A delegation representing Minot's Task Force 21 recently returned from Washington, D.C., where the base retention committee co-sponsored a symposium Thursday on the importance of nuclear weapons in America's arsenal.
The symposium developed in response to national groups that argue for unilateral disarmament.
"We just think it's a rash course. That's why we wanted to make this symposium happen," said Mark Jantzer, city alderman and chairman of Task Force 21. "What we wanted to see happen was that experts, who understand deterrence and the reason it has worked for 50 some years, have an opportunity to speak to that."
Other task force members attending the event were Mayor Curt Zimbelman, state Sen. Randy Burckhard, Wendy Howe, Pete Hankla, Bruce I. Christianson, Richard White and John MacMartin.
Minot Air Force Base is home to the 5th Bomb Wing and 91st Missile Wing, both of which have nuclear missions.
The half-day symposium featured remarks from Sens. John Hoeven, R-N.D., and Kent Conrad, D-N.D. Speakers included top Department of Defense officials and representatives of the Scowcroft Group, National Institute for Public Policy and other experts in defense programs. There was an in-depth discussion of the U.S. Strategic Triad, which includes bombers, intercontinental ballistic missiles and submarine-launched ballistic missiles.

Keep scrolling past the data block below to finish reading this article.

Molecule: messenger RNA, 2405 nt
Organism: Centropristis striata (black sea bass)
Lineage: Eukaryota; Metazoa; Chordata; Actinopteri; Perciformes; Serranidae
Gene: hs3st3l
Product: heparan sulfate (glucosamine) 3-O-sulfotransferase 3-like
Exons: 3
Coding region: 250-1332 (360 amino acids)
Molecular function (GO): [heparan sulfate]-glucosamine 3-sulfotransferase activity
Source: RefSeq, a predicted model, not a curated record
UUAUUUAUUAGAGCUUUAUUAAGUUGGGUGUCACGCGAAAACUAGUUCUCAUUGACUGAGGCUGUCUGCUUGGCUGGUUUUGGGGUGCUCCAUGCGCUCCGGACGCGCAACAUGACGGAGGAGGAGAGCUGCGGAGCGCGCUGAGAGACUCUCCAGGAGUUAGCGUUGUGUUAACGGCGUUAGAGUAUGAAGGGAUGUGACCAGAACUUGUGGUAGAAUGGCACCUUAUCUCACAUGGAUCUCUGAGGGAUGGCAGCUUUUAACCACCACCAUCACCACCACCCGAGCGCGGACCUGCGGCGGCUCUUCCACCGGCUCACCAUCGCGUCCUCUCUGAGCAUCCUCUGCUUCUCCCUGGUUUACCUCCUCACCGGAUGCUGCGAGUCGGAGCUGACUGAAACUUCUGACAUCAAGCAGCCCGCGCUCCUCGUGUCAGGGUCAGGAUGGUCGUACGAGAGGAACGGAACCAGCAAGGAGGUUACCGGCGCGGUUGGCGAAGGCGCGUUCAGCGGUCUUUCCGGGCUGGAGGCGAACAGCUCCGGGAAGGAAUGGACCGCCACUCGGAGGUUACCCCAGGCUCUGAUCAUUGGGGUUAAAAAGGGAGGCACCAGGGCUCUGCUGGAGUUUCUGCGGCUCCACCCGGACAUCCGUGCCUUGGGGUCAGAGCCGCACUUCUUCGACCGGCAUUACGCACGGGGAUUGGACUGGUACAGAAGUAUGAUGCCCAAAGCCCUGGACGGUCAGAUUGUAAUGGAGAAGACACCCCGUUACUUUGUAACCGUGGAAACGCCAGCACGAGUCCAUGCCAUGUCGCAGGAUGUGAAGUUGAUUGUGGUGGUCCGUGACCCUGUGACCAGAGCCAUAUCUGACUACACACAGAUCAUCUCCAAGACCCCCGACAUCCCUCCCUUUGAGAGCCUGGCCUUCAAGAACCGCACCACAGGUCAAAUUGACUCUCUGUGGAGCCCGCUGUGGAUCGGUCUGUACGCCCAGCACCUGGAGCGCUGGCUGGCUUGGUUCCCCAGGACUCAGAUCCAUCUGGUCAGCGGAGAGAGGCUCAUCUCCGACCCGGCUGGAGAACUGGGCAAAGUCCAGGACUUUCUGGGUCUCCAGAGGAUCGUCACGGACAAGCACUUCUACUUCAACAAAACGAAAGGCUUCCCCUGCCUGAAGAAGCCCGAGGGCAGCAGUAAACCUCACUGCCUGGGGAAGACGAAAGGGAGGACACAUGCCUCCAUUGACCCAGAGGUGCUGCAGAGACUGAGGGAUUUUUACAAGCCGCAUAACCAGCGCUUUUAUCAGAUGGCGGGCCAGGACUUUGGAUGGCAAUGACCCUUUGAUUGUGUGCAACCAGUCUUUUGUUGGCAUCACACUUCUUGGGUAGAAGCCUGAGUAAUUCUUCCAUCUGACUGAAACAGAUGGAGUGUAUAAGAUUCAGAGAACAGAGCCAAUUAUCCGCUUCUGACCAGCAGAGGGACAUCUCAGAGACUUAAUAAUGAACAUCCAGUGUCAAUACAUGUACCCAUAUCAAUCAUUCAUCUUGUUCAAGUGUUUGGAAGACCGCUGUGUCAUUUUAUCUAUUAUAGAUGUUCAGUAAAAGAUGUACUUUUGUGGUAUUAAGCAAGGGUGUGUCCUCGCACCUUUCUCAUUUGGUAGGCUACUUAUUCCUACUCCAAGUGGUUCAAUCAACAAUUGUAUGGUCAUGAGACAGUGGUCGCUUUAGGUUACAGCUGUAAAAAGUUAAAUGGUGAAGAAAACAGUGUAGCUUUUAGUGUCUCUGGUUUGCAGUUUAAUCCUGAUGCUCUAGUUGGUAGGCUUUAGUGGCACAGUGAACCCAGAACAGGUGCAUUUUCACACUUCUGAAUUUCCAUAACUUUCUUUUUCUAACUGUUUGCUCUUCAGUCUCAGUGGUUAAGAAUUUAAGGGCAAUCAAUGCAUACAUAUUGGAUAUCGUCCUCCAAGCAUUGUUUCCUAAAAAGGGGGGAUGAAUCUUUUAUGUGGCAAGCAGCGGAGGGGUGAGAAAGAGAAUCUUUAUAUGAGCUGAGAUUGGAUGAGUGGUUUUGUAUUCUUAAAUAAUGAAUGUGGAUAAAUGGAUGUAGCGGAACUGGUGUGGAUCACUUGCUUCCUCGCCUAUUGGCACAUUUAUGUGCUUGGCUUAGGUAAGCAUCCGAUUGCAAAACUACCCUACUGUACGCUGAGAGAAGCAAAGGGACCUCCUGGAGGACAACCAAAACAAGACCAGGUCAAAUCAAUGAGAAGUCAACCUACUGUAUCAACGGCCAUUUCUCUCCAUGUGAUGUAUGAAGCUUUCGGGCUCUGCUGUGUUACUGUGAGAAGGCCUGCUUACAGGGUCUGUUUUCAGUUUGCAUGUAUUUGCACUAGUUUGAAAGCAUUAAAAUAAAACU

A replay of the symposium can be found online at the Reserve Officers Association website at (www.roa.org).
The symposium drew 192 registrants.
"We had an opportunity in a national media forum to help folks put their best foot forward, talking about the merits of the triad," MacMartin said.
A particularly strong case was made for the missiles, which are the lowest cost leg of the triad and create a difficult terrorist target with nearly 500 sites, he said.
McMartin said Minot's participation sent a message about the importance of the event. Current and retired military officers who attended were impressed to see a community the size of Minot supporting the symposium, he said.
The task force's sponsorship used a small portion of the $325,000 granted by the North Dakota Legislature in 2011 for Minot air base retention.